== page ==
-- Technology can sometimes be a distraction when it comes to getting a good night's sleep but it can also be used in a beneficial way, allowing users to hack into their sleep habits.
This week is National Sleep Awareness Week. While it's the perfect excuse to tuck into bed a little early for some extra shuteye (or sleep in!) it's also an ideal time to explore ways technology can be leveraged to help improve a person's sleeping habits.
"The greatest benefit of consumer sleep technologies may be that they make people more aware of the importance of sleep and the negative effect of sleep disorders on overall health," Dr. Nathaniel Watson, president of the American Academy of Sleep Medicine, told ABC News. "Despite the widespread prevalence of sleep apps, trackers and wearables, the expertise of a board-certified sleep medicine physician remains essential for anyone who is suffering from an ongoing sleep problem."
Eight is a smart mattress cover equipped with sensors that provide data on more than 15 metrics, including everything from hours slept to heart rate, temperature, humidity and the exact time a person falls asleep.
"Everything started because I have problems sleeping," Eight CEO Matteo Franceschetti told ABC News. "Everything around me was becoming smarter and smarter and I said, 'Why is no one bringing tech to my bed?'"
Working with three other co-founders, Franceschetti developed a $249 non-wearable solution that is always working. The secret: A tiny smart box accompanying the cover allows users to connect to Wi-Fi. Eight connects to smart home devices, including the Nest thermostat to help adjust the temperature during the night.
A person's sleep data is also sent to an accompanying app, allowing them to take a deep dive into their habits and learn what they can do to enhance the quality of their sleep.
Most people learn they snore thanks to feedback from their significant other or roommate. For those who sleep alone or want to learn more about just how loud their snoring is, there's an app for that.
The Quit Snoring app lets users listen to their snoring during the night and upload a recording of their sleep session to a Mac or PC. The app includes a graph of the night showing when a person's snoring was loudest or most prolonged and allows for users to drop pins and leave notes at certain points in the night.
A study published in the Journal of Laryngology and Otology called Quit Snoring the best of the 126 apps researchers reviewed.
"A chronic snorer used the app nightly for one month and tracked medical interventions. Snoring decreased from 200 to 10 snores per hour, and bed partner snoring complaint scores decreased from 9 to 2 (on a 0-10 scale)," the study's abstract said.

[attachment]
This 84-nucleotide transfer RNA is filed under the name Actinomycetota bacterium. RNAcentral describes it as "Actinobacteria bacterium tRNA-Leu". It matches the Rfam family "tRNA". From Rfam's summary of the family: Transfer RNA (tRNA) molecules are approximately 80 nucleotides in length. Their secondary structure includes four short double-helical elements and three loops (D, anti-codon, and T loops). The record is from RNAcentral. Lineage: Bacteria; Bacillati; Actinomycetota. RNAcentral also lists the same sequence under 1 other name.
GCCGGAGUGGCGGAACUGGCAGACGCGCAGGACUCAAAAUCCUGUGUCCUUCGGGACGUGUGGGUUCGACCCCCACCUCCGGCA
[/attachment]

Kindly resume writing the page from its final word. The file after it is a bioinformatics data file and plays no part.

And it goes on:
While the app is free, Sleep Cycle offers premium services including online backup, analysis of long-term trends and support for Phillips Hue connected lights, which can turn on and simulate a sunrise as a person is gently woken up.
Sleep Cycle previously required users to place their phone next to their pillow so the phone's accelerometer could pick up movements during the night, however the company's latest 5.0 version lets people rest their phone on a nightstand where it can then detect movement through sound.
"You spend a lot of your time alive asleep, actually, so it's fascinating to get insights about what happens during the night," Maciek Drejak, founder of Sleep Cycle, told ABC News last November. "Pretty often you can see your sleep cycles and see when you should go to bed."
Pzizz offers a customizable soundtrack that helps lull users into their nightly slumber or even just a power nap.
A random algorithm creates a new soundtrack every night, offering what Pzizz founders say is more than 100 billion combinations. Soundtracks can be a mix of music, bears, sound effects or even inspiring words to help listeners drift away into dream land.
Users can set a custom time length from ten minutes to 12 hours and also program an alarm so they won't have to worry about missing any important meetings. Pzizz is also available offline, making it ideal for trying to get some rest on the airplane -- or for users who want to avoid the distraction of phone calls and emails during the night.